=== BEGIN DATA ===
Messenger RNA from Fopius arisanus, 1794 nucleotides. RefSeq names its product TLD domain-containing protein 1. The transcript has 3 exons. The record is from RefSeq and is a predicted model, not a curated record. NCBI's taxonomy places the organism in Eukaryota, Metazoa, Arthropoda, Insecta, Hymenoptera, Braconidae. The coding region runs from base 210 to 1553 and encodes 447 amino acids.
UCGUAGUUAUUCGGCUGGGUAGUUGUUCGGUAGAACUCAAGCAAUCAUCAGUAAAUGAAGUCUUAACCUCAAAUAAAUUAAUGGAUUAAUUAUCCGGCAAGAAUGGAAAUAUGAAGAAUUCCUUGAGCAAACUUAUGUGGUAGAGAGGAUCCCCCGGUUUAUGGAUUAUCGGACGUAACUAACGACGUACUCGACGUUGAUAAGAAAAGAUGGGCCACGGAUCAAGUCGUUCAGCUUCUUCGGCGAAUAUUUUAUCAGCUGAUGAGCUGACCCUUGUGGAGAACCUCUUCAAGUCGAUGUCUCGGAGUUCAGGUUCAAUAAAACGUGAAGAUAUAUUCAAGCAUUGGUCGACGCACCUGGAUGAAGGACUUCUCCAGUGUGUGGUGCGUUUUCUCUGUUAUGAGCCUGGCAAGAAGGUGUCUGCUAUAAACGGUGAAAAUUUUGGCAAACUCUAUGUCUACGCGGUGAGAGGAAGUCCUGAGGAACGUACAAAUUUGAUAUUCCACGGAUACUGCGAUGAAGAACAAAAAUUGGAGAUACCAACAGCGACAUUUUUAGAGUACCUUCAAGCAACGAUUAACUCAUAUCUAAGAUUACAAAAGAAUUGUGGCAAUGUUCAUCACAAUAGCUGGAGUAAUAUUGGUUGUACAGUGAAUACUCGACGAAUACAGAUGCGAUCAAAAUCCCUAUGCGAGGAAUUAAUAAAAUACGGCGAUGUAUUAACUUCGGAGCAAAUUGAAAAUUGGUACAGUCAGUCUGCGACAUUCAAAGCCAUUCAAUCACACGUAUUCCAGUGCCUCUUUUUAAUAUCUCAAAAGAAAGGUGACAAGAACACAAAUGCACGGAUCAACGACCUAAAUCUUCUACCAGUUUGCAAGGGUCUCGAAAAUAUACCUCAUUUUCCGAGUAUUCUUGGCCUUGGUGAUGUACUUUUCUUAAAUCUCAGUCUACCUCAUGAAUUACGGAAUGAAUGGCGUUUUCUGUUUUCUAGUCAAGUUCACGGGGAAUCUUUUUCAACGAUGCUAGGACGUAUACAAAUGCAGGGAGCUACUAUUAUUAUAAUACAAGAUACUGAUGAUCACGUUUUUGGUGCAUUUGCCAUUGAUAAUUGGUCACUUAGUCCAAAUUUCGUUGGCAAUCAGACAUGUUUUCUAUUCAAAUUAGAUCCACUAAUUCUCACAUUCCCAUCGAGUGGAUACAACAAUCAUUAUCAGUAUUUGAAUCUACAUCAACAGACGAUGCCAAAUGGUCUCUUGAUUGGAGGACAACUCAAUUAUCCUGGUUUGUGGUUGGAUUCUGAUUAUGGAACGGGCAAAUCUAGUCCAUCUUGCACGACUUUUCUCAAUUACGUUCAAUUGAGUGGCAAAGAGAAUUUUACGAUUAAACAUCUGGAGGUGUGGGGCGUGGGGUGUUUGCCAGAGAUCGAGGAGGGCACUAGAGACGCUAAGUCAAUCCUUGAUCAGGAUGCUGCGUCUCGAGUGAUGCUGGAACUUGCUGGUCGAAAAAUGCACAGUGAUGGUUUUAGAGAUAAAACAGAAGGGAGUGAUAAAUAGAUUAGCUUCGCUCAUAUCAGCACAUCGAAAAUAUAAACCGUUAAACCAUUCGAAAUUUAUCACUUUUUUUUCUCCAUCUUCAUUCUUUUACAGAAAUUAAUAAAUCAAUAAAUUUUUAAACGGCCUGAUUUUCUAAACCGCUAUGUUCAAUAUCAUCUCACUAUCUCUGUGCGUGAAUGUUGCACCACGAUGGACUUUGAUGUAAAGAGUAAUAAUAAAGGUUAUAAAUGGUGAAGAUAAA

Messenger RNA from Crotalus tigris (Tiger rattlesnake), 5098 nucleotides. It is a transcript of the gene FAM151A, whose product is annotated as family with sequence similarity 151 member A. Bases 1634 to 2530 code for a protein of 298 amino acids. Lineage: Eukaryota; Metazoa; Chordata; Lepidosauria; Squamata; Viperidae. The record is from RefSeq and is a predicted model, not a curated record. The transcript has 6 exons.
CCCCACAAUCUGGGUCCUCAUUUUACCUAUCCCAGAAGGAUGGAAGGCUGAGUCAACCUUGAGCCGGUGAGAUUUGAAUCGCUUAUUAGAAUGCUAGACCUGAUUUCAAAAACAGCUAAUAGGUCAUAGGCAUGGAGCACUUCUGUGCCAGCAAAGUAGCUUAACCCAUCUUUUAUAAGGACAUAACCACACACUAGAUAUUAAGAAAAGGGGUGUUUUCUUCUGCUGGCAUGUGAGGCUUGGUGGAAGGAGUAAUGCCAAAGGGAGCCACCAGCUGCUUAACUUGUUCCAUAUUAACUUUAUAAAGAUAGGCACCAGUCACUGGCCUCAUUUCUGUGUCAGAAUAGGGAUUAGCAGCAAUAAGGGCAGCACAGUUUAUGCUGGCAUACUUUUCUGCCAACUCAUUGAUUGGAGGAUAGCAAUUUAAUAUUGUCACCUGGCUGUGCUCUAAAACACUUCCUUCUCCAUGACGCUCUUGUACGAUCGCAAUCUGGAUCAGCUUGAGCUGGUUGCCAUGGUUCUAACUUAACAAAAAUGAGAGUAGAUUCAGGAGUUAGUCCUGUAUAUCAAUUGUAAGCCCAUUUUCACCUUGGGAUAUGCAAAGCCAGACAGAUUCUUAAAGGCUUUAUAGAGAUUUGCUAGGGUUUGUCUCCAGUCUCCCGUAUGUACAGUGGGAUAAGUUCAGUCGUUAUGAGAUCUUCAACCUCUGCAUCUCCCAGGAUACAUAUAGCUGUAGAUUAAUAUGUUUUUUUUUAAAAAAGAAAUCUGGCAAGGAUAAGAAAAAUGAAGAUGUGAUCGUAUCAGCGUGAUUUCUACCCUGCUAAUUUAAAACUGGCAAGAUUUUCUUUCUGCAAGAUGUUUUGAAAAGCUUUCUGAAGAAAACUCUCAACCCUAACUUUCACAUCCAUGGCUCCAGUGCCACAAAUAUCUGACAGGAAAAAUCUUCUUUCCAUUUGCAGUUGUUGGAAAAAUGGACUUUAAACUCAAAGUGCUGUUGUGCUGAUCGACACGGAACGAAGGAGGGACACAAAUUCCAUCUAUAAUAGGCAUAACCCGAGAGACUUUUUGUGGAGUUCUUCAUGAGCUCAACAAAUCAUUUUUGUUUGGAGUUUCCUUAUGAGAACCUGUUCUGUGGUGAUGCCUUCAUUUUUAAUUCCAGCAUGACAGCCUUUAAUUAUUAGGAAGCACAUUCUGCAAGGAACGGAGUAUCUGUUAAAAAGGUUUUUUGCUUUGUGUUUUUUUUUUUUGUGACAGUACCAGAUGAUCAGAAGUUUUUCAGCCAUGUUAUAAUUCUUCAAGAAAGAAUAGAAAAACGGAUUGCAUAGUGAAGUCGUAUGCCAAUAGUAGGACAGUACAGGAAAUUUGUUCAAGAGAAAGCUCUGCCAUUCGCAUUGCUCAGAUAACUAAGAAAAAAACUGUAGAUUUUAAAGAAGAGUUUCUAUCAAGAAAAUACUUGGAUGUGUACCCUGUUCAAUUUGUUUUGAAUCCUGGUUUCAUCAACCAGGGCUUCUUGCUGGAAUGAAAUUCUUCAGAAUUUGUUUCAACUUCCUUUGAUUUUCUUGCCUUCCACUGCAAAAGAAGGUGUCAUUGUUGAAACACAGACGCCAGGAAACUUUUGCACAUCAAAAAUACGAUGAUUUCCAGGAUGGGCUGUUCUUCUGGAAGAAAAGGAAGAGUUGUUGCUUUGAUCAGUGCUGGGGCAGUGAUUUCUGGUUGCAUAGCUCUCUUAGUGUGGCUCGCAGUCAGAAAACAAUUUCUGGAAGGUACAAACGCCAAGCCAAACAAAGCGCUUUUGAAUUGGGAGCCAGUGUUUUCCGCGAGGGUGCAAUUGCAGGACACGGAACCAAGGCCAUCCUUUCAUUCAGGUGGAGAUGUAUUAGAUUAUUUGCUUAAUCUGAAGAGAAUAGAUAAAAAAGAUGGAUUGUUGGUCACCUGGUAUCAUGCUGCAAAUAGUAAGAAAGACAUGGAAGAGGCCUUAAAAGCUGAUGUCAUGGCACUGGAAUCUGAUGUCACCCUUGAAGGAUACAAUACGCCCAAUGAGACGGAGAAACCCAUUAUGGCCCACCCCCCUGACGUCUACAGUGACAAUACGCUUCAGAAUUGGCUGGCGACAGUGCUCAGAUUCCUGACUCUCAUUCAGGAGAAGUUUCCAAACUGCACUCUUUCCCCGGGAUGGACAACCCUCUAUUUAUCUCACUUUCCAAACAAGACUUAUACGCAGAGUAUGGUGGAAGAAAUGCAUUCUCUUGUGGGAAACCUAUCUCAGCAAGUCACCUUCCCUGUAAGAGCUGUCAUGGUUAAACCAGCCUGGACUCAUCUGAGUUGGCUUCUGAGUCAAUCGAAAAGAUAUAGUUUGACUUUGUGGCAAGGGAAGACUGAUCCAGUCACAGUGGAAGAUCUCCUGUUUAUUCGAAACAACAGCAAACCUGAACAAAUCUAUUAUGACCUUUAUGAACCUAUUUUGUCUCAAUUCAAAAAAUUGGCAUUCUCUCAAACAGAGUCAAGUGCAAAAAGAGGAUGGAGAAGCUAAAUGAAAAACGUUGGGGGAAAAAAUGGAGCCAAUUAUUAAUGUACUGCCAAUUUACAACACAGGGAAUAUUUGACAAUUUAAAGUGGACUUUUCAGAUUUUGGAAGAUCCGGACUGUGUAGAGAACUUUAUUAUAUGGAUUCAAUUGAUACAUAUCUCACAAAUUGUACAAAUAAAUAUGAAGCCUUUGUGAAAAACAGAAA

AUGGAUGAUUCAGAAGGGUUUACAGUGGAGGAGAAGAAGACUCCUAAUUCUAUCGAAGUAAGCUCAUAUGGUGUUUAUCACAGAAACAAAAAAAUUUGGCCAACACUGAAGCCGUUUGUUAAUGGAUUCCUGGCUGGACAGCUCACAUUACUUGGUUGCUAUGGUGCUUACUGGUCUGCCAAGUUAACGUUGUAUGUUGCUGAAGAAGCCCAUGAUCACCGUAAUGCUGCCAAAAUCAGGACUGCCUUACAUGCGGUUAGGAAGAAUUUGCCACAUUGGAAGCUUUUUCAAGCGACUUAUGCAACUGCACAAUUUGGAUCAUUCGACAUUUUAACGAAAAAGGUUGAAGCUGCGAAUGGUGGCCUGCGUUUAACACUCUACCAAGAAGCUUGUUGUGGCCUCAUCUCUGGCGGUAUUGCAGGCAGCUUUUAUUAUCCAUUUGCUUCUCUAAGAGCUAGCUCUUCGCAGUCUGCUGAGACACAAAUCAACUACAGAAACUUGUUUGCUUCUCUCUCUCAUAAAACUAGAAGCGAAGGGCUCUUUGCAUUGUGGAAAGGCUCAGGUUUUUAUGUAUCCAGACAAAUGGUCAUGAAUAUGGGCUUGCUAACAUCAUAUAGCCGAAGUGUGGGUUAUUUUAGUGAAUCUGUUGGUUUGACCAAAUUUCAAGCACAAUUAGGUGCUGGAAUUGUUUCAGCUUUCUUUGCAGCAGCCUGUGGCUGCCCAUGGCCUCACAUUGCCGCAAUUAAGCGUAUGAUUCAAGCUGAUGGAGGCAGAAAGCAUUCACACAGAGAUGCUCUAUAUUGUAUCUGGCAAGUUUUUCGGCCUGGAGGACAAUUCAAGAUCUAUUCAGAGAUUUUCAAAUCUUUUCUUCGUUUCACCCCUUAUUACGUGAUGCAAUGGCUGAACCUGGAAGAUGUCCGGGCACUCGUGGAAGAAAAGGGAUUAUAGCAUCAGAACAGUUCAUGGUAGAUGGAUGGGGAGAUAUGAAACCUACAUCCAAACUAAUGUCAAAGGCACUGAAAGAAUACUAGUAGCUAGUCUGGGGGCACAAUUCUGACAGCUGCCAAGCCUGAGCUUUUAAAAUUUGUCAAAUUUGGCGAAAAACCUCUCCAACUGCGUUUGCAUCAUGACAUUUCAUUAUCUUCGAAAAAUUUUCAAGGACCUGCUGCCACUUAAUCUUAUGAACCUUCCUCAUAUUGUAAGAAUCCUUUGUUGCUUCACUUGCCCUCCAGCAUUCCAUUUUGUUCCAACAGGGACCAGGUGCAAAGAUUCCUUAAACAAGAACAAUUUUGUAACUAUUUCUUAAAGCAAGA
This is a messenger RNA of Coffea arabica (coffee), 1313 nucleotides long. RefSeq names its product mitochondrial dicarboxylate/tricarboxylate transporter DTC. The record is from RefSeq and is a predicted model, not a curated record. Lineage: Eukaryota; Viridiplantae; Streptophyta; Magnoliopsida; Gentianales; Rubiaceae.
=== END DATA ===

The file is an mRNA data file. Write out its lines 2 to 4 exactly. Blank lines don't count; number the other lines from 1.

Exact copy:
UCGUAGUUAUUCGGCUGGGUAGUUGUUCGGUAGAACUCAAGCAAUCAUCAGUAAAUGAAGUCUUAACCUCAAAUAAAUUAAUGGAUUAAUUAUCCGGCAAGAAUGGAAAUAUGAAGAAUUCCUUGAGCAAACUUAUGUGGUAGAGAGGAUCCCCCGGUUUAUGGAUUAUCGGACGUAACUAACGACGUACUCGACGUUGAUAAGAAAAGAUGGGCCACGGAUCAAGUCGUUCAGCUUCUUCGGCGAAUAUUUUAUCAGCUGAUGAGCUGACCCUUGUGGAGAACCUCUUCAAGUCGAUGUCUCGGAGUUCAGGUUCAAUAAAACGUGAAGAUAUAUUCAAGCAUUGGUCGACGCACCUGGAUGAAGGACUUCUCCAGUGUGUGGUGCGUUUUCUCUGUUAUGAGCCUGGCAAGAAGGUGUCUGCUAUAAACGGUGAAAAUUUUGGCAAACUCUAUGUCUACGCGGUGAGAGGAAGUCCUGAGGAACGUACAAAUUUGAUAUUCCACGGAUACUGCGAUGAAGAACAAAAAUUGGAGAUACCAACAGCGACAUUUUUAGAGUACCUUCAAGCAACGAUUAACUCAUAUCUAAGAUUACAAAAGAAUUGUGGCAAUGUUCAUCACAAUAGCUGGAGUAAUAUUGGUUGUACAGUGAAUACUCGACGAAUACAGAUGCGAUCAAAAUCCCUAUGCGAGGAAUUAAUAAAAUACGGCGAUGUAUUAACUUCGGAGCAAAUUGAAAAUUGGUACAGUCAGUCUGCGACAUUCAAAGCCAUUCAAUCACACGUAUUCCAGUGCCUCUUUUUAAUAUCUCAAAAGAAAGGUGACAAGAACACAAAUGCACGGAUCAACGACCUAAAUCUUCUACCAGUUUGCAAGGGUCUCGAAAAUAUACCUCAUUUUCCGAGUAUUCUUGGCCUUGGUGAUGUACUUUUCUUAAAUCUCAGUCUACCUCAUGAAUUACGGAAUGAAUGGCGUUUUCUGUUUUCUAGUCAAGUUCACGGGGAAUCUUUUUCAACGAUGCUAGGACGUAUACAAAUGCAGGGAGCUACUAUUAUUAUAAUACAAGAUACUGAUGAUCACGUUUUUGGUGCAUUUGCCAUUGAUAAUUGGUCACUUAGUCCAAAUUUCGUUGGCAAUCAGACAUGUUUUCUAUUCAAAUUAGAUCCACUAAUUCUCACAUUCCCAUCGAGUGGAUACAACAAUCAUUAUCAGUAUUUGAAUCUACAUCAACAGACGAUGCCAAAUGGUCUCUUGAUUGGAGGACAACUCAAUUAUCCUGGUUUGUGGUUGGAUUCUGAUUAUGGAACGGGCAAAUCUAGUCCAUCUUGCACGACUUUUCUCAAUUACGUUCAAUUGAGUGGCAAAGAGAAUUUUACGAUUAAACAUCUGGAGGUGUGGGGCGUGGGGUGUUUGCCAGAGAUCGAGGAGGGCACUAGAGACGCUAAGUCAAUCCUUGAUCAGGAUGCUGCGUCUCGAGUGAUGCUGGAACUUGCUGGUCGAAAAAUGCACAGUGAUGGUUUUAGAGAUAAAACAGAAGGGAGUGAUAAAUAGAUUAGCUUCGCUCAUAUCAGCACAUCGAAAAUAUAAACCGUUAAACCAUUCGAAAUUUAUCACUUUUUUUUCUCCAUCUUCAUUCUUUUACAGAAAUUAAUAAAUCAAUAAAUUUUUAAACGGCCUGAUUUUCUAAACCGCUAUGUUCAAUAUCAUCUCACUAUCUCUGUGCGUGAAUGUUGCACCACGAUGGACUUUGAUGUAAAGAGUAAUAAUAAAGGUUAUAAAUGGUGAAGAUAAA

Messenger RNA from Crotalus tigris (Tiger rattlesnake), 5098 nucleotides. It is a transcript of the gene FAM151A, whose product is annotated as family with sequence similarity 151 member A. Bases 1634 to 2530 code for a protein of 298 amino acids. Lineage: Eukaryota; Metazoa; Chordata; Lepidosauria; Squamata; Viperidae. The record is from RefSeq and is a predicted model, not a curated record. The transcript has 6 exons.
CCCCACAAUCUGGGUCCUCAUUUUACCUAUCCCAGAAGGAUGGAAGGCUGAGUCAACCUUGAGCCGGUGAGAUUUGAAUCGCUUAUUAGAAUGCUAGACCUGAUUUCAAAAACAGCUAAUAGGUCAUAGGCAUGGAGCACUUCUGUGCCAGCAAAGUAGCUUAACCCAUCUUUUAUAAGGACAUAACCACACACUAGAUAUUAAGAAAAGGGGUGUUUUCUUCUGCUGGCAUGUGAGGCUUGGUGGAAGGAGUAAUGCCAAAGGGAGCCACCAGCUGCUUAACUUGUUCCAUAUUAACUUUAUAAAGAUAGGCACCAGUCACUGGCCUCAUUUCUGUGUCAGAAUAGGGAUUAGCAGCAAUAAGGGCAGCACAGUUUAUGCUGGCAUACUUUUCUGCCAACUCAUUGAUUGGAGGAUAGCAAUUUAAUAUUGUCACCUGGCUGUGCUCUAAAACACUUCCUUCUCCAUGACGCUCUUGUACGAUCGCAAUCUGGAUCAGCUUGAGCUGGUUGCCAUGGUUCUAACUUAACAAAAAUGAGAGUAGAUUCAGGAGUUAGUCCUGUAUAUCAAUUGUAAGCCCAUUUUCACCUUGGGAUAUGCAAAGCCAGACAGAUUCUUAAAGGCUUUAUAGAGAUUUGCUAGGGUUUGUCUCCAGUCUCCCGUAUGUACAGUGGGAUAAGUUCAGUCGUUAUGAGAUCUUCAACCUCUGCAUCUCCCAGGAUACAUAUAGCUGUAGAUUAAUAUGUUUUUUUUUAAAAAAGAAAUCUGGCAAGGAUAAGAAAAAUGAAGAUGUGAUCGUAUCAGCGUGAUUUCUACCCUGCUAAUUUAAAACUGGCAAGAUUUUCUUUCUGCAAGAUGUUUUGAAAAGCUUUCUGAAGAAAACUCUCAACCCUAACUUUCACAUCCAUGGCUCCAGUGCCACAAAUAUCUGACAGGAAAAAUCUUCUUUCCAUUUGCAGUUGUUGGAAAAAUGGACUUUAAACUCAAAGUGCUGUUGUGCUGAUCGACACGGAACGAAGGAGGGACACAAAUUCCAUCUAUAAUAGGCAUAACCCGAGAGACUUUUUGUGGAGUUCUUCAUGAGCUCAACAAAUCAUUUUUGUUUGGAGUUUCCUUAUGAGAACCUGUUCUGUGGUGAUGCCUUCAUUUUUAAUUCCAGCAUGACAGCCUUUAAUUAUUAGGAAGCACAUUCUGCAAGGAACGGAGUAUCUGUUAAAAAGGUUUUUUGCUUUGUGUUUUUUUUUUUUGUGACAGUACCAGAUGAUCAGAAGUUUUUCAGCCAUGUUAUAAUUCUUCAAGAAAGAAUAGAAAAACGGAUUGCAUAGUGAAGUCGUAUGCCAAUAGUAGGACAGUACAGGAAAUUUGUUCAAGAGAAAGCUCUGCCAUUCGCAUUGCUCAGAUAACUAAGAAAAAAACUGUAGAUUUUAAAGAAGAGUUUCUAUCAAGAAAAUACUUGGAUGUGUACCCUGUUCAAUUUGUUUUGAAUCCUGGUUUCAUCAACCAGGGCUUCUUGCUGGAAUGAAAUUCUUCAGAAUUUGUUUCAACUUCCUUUGAUUUUCUUGCCUUCCACUGCAAAAGAAGGUGUCAUUGUUGAAACACAGACGCCAGGAAACUUUUGCACAUCAAAAAUACGAUGAUUUCCAGGAUGGGCUGUUCUUCUGGAAGAAAAGGAAGAGUUGUUGCUUUGAUCAGUGCUGGGGCAGUGAUUUCUGGUUGCAUAGCUCUCUUAGUGUGGCUCGCAGUCAGAAAACAAUUUCUGGAAGGUACAAACGCCAAGCCAAACAAAGCGCUUUUGAAUUGGGAGCCAGUGUUUUCCGCGAGGGUGCAAUUGCAGGACACGGAACCAAGGCCAUCCUUUCAUUCAGGUGGAGAUGUAUUAGAUUAUUUGCUUAAUCUGAAGAGAAUAGAUAAAAAAGAUGGAUUGUUGGUCACCUGGUAUCAUGCUGCAAAUAGUAAGAAAGACAUGGAAGAGGCCUUAAAAGCUGAUGUCAUGGCACUGGAAUCUGAUGUCACCCUUGAAGGAUACAAUACGCCCAAUGAGACGGAGAAACCCAUUAUGGCCCACCCCCCUGACGUCUACAGUGACAAUACGCUUCAGAAUUGGCUGGCGACAGUGCUCAGAUUCCUGACUCUCAUUCAGGAGAAGUUUCCAAACUGCACUCUUUCCCCGGGAUGGACAACCCUCUAUUUAUCUCACUUUCCAAACAAGACUUAUACGCAGAGUAUGGUGGAAGAAAUGCAUUCUCUUGUGGGAAACCUAUCUCAGCAAGUCACCUUCCCUGUAAGAGCUGUCAUGGUUAAACCAGCCUGGACUCAUCUGAGUUGGCUUCUGAGUCAAUCGAAAAGAUAUAGUUUGACUUUGUGGCAAGGGAAGACUGAUCCAGUCACAGUGGAAGAUCUCCUGUUUAUUCGAAACAACAGCAAACCUGAACAAAUCUAUUAUGACCUUUAUGAACCUAUUUUGUCUCAAUUCAAAAAAUUGGCAUUCUCUCAAACAGAGUCAAGUGCAAAAAGAGGAUGGAGAAGCUAAAUGAAAAACGUUGGGGGAAAAAAUGGAGCCAAUUAUUAAUGUACUGCCAAUUUACAACACAGGGAAUAUUUGACAAUUUAAAGUGGACUUUUCAGAUUUUGGAAGAUCCGGACUGUGUAGAGAACUUUAUUAUAUGGAUUCAAUUGAUACAUAUCUCACAAAUUGUACAAAUAAAUAUGAAGCCUUUGUGAAAAACAGAAA